There must be more to this, because I’m a nervous wreck at the best of times and dogs generally like me, whether I know them or not.
I know that both our male cat and I have mellowed in recent years, and I wonder sometimes if that was primarily him or me?
I’m internally anxious and nervous, but tend to appear pretty easygoing externally. There’s a dog known as “growly-dog” because she growls whenever anyone touches her and sometimes tries to bite people, but she likes for me to pet her, and doesn’t growl.
I have been bitten a couple of times, once as a child while riding my bike when two dogs decided to chase me and once as a teen when I went to visit a friend and held out my hand to the ‘friendly’ dog instead of the unfriendly one. I think the first time was just dogs being wannabe gangstas and the second was that the dogs had decided to try switching personalities for a bit.
Mostly, animals like me no matter how tweaked I am. I don’t know why.
I’ve always been afraid of dogs in relation to their size, but a few years ago, I met a huge doberman who managed to put me at ease. Huge but super mellow, and we had a sweet moment. Ever since, dogs react less to me, I think because I’m less afraid. Which is great because I am still not really comfortable with them.
So, maybe it isn’t anxiety as much as dog-anxiety. But, yanno, anecdote.
That does fit with the study and with what responsible dog owners have been saying forever, though.
This is interesting re: dog size vs dog bite
My favourite breeds are the Irish wolfhounds and Great Danes. Big, yes, but they don’t move fast and loooove affection.
The times I’ve personally seen dogs go from calm to threatening, it was always directed at a person that I visibly noticed was freaked out by the dog and then the dog reacted. The vibe they’re throwing off makes me go “what’s up with this guy–oh, he’s scarred of dogs,” and then/simultaneously that is exactly what the dog notices, too; I notice the person and then the dog reacts. It may escalate, depending on the dog (some are empathetic, even), but the human always acts the same way. In the instances I’ve witnessed, the dogs aren’t inherently mean, they’re upset and what we would call a fight-or-flight mechanism doesn’t include flight. Never seen an attack, never seen a bite, just “This guy is acting erratic, I will protect the others/myself.” This is not an excuse, this is just how I interpret what I’ve seen.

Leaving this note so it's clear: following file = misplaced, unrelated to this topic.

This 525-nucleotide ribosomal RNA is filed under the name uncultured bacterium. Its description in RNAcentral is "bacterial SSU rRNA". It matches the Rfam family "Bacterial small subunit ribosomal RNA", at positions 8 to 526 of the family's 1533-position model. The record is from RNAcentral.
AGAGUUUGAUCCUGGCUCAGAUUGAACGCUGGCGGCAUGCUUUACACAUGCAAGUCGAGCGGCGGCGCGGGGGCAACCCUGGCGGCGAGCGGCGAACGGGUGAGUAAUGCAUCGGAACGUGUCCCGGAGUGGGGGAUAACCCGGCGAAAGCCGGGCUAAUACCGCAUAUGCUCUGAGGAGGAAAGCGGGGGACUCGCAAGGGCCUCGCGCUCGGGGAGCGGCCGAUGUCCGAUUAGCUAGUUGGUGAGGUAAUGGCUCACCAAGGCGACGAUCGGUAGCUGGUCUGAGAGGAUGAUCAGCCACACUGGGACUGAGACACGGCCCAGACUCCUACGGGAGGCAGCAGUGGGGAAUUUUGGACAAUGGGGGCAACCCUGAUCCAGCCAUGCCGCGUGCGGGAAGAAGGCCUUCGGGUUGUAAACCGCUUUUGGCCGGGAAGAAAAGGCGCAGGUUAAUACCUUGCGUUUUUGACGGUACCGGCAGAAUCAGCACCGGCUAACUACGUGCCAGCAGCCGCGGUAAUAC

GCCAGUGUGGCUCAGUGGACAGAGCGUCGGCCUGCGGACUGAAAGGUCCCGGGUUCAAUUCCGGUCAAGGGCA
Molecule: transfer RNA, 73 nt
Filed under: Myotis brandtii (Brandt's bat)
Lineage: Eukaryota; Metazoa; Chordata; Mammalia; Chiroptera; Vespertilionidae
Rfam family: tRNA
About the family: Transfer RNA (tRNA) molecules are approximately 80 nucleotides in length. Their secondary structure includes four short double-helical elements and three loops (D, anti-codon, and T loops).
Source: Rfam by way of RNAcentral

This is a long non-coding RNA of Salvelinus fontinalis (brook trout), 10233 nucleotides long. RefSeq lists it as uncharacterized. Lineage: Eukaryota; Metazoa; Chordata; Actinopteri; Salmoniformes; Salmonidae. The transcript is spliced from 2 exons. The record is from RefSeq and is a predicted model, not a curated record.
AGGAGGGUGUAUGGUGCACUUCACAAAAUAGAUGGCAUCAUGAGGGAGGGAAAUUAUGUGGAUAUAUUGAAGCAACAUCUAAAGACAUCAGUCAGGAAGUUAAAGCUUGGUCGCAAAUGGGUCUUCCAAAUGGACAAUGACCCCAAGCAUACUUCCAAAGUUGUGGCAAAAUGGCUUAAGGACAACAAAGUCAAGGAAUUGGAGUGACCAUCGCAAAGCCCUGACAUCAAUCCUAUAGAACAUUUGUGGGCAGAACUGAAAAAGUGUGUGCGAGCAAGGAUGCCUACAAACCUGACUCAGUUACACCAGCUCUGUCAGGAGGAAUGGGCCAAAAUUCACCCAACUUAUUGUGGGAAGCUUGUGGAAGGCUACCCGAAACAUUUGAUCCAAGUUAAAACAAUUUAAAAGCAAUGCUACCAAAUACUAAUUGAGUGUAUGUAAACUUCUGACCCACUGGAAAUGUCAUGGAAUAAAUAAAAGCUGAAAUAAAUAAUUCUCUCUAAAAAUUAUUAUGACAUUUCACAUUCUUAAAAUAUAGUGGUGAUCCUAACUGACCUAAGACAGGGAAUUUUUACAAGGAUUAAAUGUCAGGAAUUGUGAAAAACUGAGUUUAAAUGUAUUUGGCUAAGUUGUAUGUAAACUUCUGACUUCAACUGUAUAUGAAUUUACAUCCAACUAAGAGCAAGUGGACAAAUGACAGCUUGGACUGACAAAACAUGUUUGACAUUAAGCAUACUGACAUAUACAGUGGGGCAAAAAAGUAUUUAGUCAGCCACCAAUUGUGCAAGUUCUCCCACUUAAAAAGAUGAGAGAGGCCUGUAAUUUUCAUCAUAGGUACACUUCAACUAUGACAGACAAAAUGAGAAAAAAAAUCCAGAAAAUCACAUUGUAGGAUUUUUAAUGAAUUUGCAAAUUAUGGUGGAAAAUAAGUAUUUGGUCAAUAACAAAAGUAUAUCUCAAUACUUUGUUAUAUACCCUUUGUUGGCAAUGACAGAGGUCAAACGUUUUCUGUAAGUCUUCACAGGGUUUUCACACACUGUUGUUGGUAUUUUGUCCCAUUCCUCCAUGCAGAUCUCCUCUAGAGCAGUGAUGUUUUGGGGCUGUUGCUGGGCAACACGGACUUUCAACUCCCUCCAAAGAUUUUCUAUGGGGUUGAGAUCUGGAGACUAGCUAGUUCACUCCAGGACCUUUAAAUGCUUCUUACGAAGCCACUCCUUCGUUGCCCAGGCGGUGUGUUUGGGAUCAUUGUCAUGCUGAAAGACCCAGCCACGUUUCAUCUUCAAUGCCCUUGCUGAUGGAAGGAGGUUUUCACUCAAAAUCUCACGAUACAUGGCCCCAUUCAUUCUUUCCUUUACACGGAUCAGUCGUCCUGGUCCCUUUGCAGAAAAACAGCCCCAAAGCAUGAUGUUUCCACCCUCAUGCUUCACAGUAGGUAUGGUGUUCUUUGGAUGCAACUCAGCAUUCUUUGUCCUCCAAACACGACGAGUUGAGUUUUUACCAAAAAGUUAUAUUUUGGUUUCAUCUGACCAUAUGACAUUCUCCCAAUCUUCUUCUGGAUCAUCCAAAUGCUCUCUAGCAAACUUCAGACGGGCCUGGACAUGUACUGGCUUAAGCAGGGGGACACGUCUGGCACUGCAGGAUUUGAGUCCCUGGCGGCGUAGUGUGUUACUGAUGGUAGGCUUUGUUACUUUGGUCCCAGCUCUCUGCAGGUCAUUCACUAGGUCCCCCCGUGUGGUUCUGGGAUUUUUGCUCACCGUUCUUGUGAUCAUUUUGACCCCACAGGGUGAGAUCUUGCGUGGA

And I’ve been that guy. I love dogs, I don’t act tense around dogs and never experienced the above reaction BUT I’ve still been the person who has mistakenly provoked a panic reaction in a dog. I’ve even been bitten once, though in every other case it was trivial to de-escalate. The lesson came from my best friend’s elderly dog, whom I had greeted earlier that day. I passed it in a darkened room, alone, en route to the bathroom and I leaned in to pet it, not seeing it was asleep. It woke up with a hand in it’s face that was not a family members’. Poor memory and reaction compounded by advanced age. Still have the bite scar on the webbing of my right thumb. But it immediately realized it had made a mistake and was upset at what it had done and sweet to me right after. And I realized that I had provoked a panic reaction.
My experience leaves out the unfortunate fact that there are awful dogs (and owners) out there who, I acknowledge, are just mean and do attack and bite. I’m just saying I don’t have direct experience with them. (I’ll note that poor dog-to-dog behavior is a completely separate issue and seems more common.) FWIW I’ve encountered many more scary people than dogs (though I’ve been around many more people than dogs, in total, of course.)
I get that a person cannot turn off a phobia. I feel bad for people who are scarred of dogs because it’s a feedback-loop. They will never have a positive dog experience because even the most empathetic dogs will always be reacting to the person’s fear and the experience will be neutral at best. I imagine there must be therapy dogs for this? Golden Retrievers and such with specific training to not react to fear?
Reminds me of a story. When I was a teen, one of my friends had a huge dog, she probably outweighed me 2-1. When I was walking up to his place, she would bark ferociously, which was scary, but once I got close enough for her to recognize me, (she was elderly and her eyesight wasn’t good, so that meant getting pretty close to a ferocious dog that outweighed me 2-1) she would switch right over to sweet old lady mode.
Anyway, one night we were hanging out watching movies and, for lack of a coffee table, had our drinks on the floor next to the couch. She came in, plopped down, slept for awhile, and then woke up, looked confused, and slunk away to another room with her tail between her legs. I reached for my drink, but the cup was laying on it’s side and empty. Went and found her and her backside was all wet. Poor old girl was so embarrassed, she thought she’d wet herself in her sleep.